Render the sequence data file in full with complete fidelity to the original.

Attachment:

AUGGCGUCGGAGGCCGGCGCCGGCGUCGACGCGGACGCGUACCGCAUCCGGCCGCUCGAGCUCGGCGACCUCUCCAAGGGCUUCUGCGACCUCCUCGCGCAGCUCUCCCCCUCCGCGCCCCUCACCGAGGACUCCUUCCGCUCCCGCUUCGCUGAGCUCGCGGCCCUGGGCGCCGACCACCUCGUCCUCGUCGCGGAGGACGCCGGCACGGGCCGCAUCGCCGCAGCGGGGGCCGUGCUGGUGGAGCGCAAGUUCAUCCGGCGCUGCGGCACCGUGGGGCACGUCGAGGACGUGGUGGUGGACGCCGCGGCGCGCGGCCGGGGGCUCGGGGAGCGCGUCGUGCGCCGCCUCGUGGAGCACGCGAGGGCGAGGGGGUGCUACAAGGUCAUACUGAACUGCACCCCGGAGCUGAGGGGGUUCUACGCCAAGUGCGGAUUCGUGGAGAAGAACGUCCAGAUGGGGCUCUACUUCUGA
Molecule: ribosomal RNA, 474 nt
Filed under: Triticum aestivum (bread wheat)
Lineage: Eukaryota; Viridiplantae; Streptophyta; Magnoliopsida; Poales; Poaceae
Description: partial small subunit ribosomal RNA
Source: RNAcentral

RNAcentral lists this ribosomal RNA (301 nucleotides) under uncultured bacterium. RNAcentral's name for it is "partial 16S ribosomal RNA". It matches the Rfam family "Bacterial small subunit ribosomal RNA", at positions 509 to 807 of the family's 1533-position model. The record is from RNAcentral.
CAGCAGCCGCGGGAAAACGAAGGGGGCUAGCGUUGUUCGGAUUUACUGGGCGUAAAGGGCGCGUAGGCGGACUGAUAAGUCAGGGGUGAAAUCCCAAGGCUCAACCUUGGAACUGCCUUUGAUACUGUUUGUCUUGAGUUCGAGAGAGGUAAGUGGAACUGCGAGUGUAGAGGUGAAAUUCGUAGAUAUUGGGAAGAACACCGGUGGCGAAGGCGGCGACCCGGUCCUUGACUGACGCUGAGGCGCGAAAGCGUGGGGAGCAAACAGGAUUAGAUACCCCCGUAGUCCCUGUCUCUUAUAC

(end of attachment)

AUGGCGUCGGAGGCCGGCGCCGGCGUCGACGCGGACGCGUACCGCAUCCGGCCGCUCGAGCUCGGCGACCUCUCCAAGGGCUUCUGCGACCUCCUCGCGCAGCUCUCCCCCUCCGCGCCCCUCACCGAGGACUCCUUCCGCUCCCGCUUCGCUGAGCUCGCGGCCCUGGGCGCCGACCACCUCGUCCUCGUCGCGGAGGACGCCGGCACGGGCCGCAUCGCCGCAGCGGGGGCCGUGCUGGUGGAGCGCAAGUUCAUCCGGCGCUGCGGCACCGUGGGGCACGUCGAGGACGUGGUGGUGGACGCCGCGGCGCGCGGCCGGGGGCUCGGGGAGCGCGUCGUGCGCCGCCUCGUGGAGCACGCGAGGGCGAGGGGGUGCUACAAGGUCAUACUGAACUGCACCCCGGAGCUGAGGGGGUUCUACGCCAAGUGCGGAUUCGUGGAGAAGAACGUCCAGAUGGGGCUCUACUUCUGA
Molecule: ribosomal RNA, 474 nt
Filed under: Triticum aestivum (bread wheat)
Lineage: Eukaryota; Viridiplantae; Streptophyta; Magnoliopsida; Poales; Poaceae
Description: partial small subunit ribosomal RNA
Source: RNAcentral

RNAcentral lists this ribosomal RNA (301 nucleotides) under uncultured bacterium. RNAcentral's name for it is "partial 16S ribosomal RNA". It matches the Rfam family "Bacterial small subunit ribosomal RNA", at positions 509 to 807 of the family's 1533-position model. The record is from RNAcentral.
CAGCAGCCGCGGGAAAACGAAGGGGGCUAGCGUUGUUCGGAUUUACUGGGCGUAAAGGGCGCGUAGGCGGACUGAUAAGUCAGGGGUGAAAUCCCAAGGCUCAACCUUGGAACUGCCUUUGAUACUGUUUGUCUUGAGUUCGAGAGAGGUAAGUGGAACUGCGAGUGUAGAGGUGAAAUUCGUAGAUAUUGGGAAGAACACCGGUGGCGAAGGCGGCGACCCGGUCCUUGACUGACGCUGAGGCGCGAAAGCGUGGGGAGCAAACAGGAUUAGAUACCCCCGUAGUCCCUGUCUCUUAUAC